Inclusivity and diversity remain a hot button issue at Activision, which saw thousands of employees reportedly sign an online petition last summer seeking improvements to a company culture that reportedly bordered on operating like a frat house. Activision has denied the claims.

Mobile is the largest segment in gaming, with nearly 95% of all players globally enjoying games on mobile. Activision Blizzard´s mobile business represents a significant presence and opportunity for Microsoft in this fast-growing segment.

“Players everywhere love Activision Blizzard games, and we believe the creative teams have their best work in front of them,” said Spencer. “Together we will build a future where people can play the games they want, virtually anywhere they want.”

The acquisition also bolsters Microsoft’s Game Pass portfolio with plans to launch Activision Blizzard games into Game Pass, which has reached a new milestone of over 25 million subscribers. With Activision Blizzard’s nearly 400 million monthly active players in 190 countries and three billion-dollar franchises, this acquisition will make Game Pass one of the most compelling and diverse lineups of gaming content in the industry. Upon close, Microsoft will have 30 internal game development studios, along with additional publishing and esports production capabilities.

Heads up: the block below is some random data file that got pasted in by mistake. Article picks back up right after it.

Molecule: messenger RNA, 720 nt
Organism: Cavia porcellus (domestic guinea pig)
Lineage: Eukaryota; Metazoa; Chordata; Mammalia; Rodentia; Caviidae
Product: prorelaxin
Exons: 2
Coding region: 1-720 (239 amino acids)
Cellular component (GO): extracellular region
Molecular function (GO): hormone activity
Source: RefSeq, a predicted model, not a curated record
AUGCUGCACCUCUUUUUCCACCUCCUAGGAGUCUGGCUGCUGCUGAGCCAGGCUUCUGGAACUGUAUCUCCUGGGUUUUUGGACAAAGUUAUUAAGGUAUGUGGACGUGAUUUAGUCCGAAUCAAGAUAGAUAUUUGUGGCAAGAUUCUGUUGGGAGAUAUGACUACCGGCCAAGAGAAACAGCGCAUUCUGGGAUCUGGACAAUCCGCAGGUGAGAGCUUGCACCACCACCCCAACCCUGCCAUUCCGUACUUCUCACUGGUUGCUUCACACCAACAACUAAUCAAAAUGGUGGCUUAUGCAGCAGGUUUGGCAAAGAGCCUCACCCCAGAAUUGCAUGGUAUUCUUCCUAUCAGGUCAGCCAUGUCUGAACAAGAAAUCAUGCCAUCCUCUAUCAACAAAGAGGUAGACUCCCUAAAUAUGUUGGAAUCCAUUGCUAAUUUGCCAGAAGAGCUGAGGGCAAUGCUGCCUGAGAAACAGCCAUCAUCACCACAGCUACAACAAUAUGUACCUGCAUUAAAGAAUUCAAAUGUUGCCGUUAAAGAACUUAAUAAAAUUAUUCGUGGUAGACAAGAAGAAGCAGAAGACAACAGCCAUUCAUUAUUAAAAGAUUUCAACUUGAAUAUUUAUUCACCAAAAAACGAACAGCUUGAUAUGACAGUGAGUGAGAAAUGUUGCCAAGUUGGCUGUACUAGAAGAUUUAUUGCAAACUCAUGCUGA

“The combination of Activision Blizzard’s extraordinary franchises with Microsoft’s technology, distribution, access to talent, ambitious vision and shared commitment to gaming and inclusion will help ensure our continued success in an increasingly competitive industry,” said Bobby Kotick, CEO of Activision Blizzard.

The transaction is subject to customary closing conditions and completion of regulatory review and Activision Blizzard’s shareholder approval. The deal is expected to close in fiscal-year 2023 and will be accretive to non-GAAP earnings per share upon close. The transaction has been approved by the boards of directors of both Microsoft and Activision Blizzard.

Government approval could be a sticky issue, says Michael Pachter, media analyst with Wedbush Securities in Los Angeles.

‘[The deal] has great potential to hurt PlayStation, and that is likely to be the sticking point with regulators,” Pachter said in an email.

Specifically, the analyst contends consumers could be leery buying a PS5 if they aren’t assured that future Activision games would be available on the platform.

“That is a problem, and I expect regulators to raise it,” Pachter said. “The ultimate solution is likely to issue a consent decree [merger allowed] that requires Microsoft to continue to offer Activision games on PS5 for a number of years, but until the regulators look at this, we won’t know for sure.”

NPD: July Video Game Sales Increased 10% to Record $4.6 Billion